By now, you've probably heard that to slow the COVID-19 pandemic, people need to adopt social distancing measures — including remaining at least 6 feet (about 1.8 meters) apart from anyone they encounter outside their homes. Where does that number come from? And how should you be applying it in your life?
The reason we need to maintain this kind of distance from each other at all is because of how easily the new coronavirus SARS-CoV-2, the microbe responsible for the illness, spreads between people. It can theoretically remain viable in aerosols for 3 hours, can be transmitted through contaminated surfaces, and it easily spreads through coughing and sneezing. The 6 feet of distance is designed to put up a roadblock to the aerosolized and droplet methods of transmission. But that standard is best understood as a reference point — not a hard line beyond which you are absolutely protected, said Krys Johnson, an epidemiologist at Temple University. And another expert told Live Science that that distance is likely not enough to be protected from the virus.
When moving around outdoors, she said, 6 feet is a good minimum distance at which to pass other people, if you can't give them a wider berth. In indoor settings (think the grocery store), she said, it's more of an "absolute minimum."
"Six feet is the average distance that respiratory droplets from a sneeze or cough travel before they settle and are no longer likely to be inhaled by other people. I have seen estimates for social distancing of up to 10 feet if someone sneezes quite hard, [or] does not cover their sneeze [or] cough," she said. "This allows those particles a little more distance to settle so that you are not breathing them in. As long as someone's not outwardly ill, though, you should be safe maintaining a 6-foot distance."
Proper social distancing, Johnson said, means not just keeping the minimum distance but thinking about how the need to maintain that distance affects others around you.
"You should indeed try to maintain this distance even when passing someone on the sidewalk. Several supermarkets have marked off 6-foot distances in their lines to ensure that people are social distancing," she said. "My recommendation is that people absolutely maintain 6-foot distance from people not in their household when at all possible. Give people a wide berth at the grocery store or pharmacy. Be cognizant of how close you are standing in line. Quickly make your shopping selections so that the next person can select theirs while maintaining social distance."
That said, according to Johnson, it may be possible in certain settings for people to interact as long as they maintain significant social distancing.
Asked by Live Science about stories of people meeting in empty parks to chat while keeping apart, Johnson said, "You should be fine six feet apart talking for an extended period of time as long as no one is outwardly ill. This distance allows any inadvertent spittle to settle to the ground before reaching the other person, reducing the likelihood of asymptomatic transmission."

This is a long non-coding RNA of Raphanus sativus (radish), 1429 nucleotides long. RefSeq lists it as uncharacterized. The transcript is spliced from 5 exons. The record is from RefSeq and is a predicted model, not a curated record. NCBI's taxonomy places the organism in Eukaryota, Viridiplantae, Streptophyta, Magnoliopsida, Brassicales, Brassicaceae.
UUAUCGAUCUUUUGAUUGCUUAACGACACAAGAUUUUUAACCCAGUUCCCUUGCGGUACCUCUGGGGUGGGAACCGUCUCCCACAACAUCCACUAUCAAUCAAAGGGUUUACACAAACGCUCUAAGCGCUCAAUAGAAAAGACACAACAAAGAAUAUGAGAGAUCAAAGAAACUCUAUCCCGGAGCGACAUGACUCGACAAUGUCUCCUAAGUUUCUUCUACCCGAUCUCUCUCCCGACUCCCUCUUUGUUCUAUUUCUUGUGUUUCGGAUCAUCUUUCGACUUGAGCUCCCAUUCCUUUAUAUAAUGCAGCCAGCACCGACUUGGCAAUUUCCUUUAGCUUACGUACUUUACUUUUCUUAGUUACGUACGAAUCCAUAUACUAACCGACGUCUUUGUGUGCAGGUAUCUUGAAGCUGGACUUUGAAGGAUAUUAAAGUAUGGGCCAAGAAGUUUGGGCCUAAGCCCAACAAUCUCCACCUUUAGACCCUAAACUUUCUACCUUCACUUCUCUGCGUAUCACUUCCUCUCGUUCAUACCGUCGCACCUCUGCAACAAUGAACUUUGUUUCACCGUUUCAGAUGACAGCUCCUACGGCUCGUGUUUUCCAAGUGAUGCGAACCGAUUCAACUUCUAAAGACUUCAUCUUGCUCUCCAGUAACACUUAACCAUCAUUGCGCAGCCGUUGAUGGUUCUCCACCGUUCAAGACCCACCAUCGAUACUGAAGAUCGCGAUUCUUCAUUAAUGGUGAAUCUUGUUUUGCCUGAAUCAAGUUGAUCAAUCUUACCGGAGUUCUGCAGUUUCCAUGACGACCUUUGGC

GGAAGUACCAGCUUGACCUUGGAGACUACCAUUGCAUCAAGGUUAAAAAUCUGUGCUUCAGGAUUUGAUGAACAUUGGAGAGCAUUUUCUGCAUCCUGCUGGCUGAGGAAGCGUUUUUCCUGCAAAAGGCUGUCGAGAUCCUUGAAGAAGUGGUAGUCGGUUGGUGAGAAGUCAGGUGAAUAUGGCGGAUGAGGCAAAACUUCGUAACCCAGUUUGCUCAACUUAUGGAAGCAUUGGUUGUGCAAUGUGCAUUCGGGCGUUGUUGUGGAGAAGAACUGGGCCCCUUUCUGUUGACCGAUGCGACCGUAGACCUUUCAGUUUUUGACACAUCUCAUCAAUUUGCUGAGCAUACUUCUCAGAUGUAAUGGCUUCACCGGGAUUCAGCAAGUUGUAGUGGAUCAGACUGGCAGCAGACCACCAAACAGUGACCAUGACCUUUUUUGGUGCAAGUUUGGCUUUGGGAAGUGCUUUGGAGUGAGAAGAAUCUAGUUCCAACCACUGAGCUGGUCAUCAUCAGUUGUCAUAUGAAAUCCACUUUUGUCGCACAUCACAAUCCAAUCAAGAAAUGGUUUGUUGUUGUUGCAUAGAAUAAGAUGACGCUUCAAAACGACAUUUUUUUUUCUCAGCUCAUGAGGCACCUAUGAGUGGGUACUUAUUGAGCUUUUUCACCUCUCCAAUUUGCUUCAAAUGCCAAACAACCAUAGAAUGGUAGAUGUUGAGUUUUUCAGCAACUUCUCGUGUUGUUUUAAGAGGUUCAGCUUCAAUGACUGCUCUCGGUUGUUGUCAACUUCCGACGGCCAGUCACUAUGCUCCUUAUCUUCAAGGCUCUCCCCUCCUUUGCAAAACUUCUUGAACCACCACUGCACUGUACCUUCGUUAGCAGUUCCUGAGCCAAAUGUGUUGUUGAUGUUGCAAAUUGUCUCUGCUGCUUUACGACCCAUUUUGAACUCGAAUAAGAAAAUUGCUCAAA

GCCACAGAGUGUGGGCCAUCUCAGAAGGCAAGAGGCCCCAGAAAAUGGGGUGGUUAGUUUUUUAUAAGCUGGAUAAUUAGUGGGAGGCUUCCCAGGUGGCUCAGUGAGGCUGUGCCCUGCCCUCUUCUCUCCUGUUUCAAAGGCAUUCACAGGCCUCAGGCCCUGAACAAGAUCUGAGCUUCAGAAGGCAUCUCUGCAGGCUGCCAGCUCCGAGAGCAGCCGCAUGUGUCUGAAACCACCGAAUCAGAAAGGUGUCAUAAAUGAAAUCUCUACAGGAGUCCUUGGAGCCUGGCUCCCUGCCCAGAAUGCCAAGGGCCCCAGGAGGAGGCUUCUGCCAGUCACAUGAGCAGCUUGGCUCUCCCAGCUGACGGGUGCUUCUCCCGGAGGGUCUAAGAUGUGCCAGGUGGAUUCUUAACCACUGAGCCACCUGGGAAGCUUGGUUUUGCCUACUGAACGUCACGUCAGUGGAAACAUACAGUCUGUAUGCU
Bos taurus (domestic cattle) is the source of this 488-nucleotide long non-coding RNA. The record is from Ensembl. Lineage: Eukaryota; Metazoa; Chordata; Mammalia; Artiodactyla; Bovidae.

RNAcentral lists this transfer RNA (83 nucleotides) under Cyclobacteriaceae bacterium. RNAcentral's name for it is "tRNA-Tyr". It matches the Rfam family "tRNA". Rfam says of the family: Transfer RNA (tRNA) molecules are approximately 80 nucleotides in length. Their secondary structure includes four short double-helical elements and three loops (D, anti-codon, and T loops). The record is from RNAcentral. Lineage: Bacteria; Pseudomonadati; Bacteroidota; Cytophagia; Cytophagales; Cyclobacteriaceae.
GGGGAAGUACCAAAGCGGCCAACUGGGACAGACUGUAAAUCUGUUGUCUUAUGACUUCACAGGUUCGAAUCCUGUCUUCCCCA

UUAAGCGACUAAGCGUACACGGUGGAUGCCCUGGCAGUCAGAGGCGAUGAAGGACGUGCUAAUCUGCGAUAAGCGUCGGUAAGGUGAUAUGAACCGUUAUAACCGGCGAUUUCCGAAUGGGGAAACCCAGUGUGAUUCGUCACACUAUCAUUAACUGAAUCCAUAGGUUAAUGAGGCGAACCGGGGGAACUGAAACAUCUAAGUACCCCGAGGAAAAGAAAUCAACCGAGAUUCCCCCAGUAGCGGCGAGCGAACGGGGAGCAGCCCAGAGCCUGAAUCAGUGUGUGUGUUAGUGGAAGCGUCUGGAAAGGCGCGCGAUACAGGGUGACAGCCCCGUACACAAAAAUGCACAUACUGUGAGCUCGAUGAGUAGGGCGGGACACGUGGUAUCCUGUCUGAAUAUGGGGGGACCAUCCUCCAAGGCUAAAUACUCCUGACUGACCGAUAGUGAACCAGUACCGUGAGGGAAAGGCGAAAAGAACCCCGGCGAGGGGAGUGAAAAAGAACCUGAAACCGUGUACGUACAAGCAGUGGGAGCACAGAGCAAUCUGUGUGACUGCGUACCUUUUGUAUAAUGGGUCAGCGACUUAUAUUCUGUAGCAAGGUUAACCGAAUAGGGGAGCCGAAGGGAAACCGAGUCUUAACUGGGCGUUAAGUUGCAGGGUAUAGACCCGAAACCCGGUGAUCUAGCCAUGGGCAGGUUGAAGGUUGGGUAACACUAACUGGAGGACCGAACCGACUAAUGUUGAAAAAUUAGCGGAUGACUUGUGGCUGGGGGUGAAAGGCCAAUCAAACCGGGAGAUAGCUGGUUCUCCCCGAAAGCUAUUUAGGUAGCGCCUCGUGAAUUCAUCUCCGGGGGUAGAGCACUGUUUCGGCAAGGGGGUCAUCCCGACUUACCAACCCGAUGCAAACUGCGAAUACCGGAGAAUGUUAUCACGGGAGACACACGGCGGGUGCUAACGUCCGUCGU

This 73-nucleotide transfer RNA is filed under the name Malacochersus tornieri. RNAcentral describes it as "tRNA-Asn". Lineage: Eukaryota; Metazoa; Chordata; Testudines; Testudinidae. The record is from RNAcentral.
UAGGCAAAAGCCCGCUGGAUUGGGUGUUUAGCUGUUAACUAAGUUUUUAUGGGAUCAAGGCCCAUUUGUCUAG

Still, that's not something she'd be comfortable with in all situations, she said.
"Personally, though, I would only sit and talk for an extended period at 6 feet if I were outdoors, just for my own peace of mind," she said in an email, adding, "If someone is outwardly ill, you should ask them to isolate at home until they feel better (regardless of the ailment), and maintain 10 feet of space when asking them to do so to preserve your own health."
Not everyone is sure that the 6 foot measure is enough for non-outwardly ill, however. And there's at least some reason to be skeptical; for instance, a case of widespread transmission in a choir practice in Washington raises the question of whether SARS-CoV-2 can be spread via tiny aerosols, which can stay suspended in air for long periods. If that's the case, particles could potentially travel more than 6 feet before drying out, as Live Science previously reported.
What's more, even large droplets of mucus expelled with extreme force (as when coughing or sneezing), or carried by the wind can travel farther than 6 feet before falling, Wired.com reported.
"Six feet is probably not safe enough," Raina MacIntyre, a professor of global security and the head of the Biosecurity Program at the Kirby Institute in Australia, told Live Science in an email. "The 3-6 foot rule is based on a few studies from the 1930s and 1940s, which have since been shown to be wrong — droplets can travel further than 6 feet. Yet hospital infection control experts continue to believe this rule. It's like the flat-Earth theory — anyone who tries to discuss the actual evidence is shouted down by a chorus of believers."
So what's the takeaway? The best way to ensure your safety is to stay indoors as much as possible. Step out as needed for responsible trips to collect food and medicine, or, if possible, brief exercise in low-density outdoor spaces. Homemade masks, regular hand-washing and other steps may help reduce the risks of COVID-19 transmission if you must venture out. But the only really sure way to prevent yourself from getting infected is staying indoors and away from other people. This is true whether you're in New York, Washington or Kansas, or anywhere else in the United States.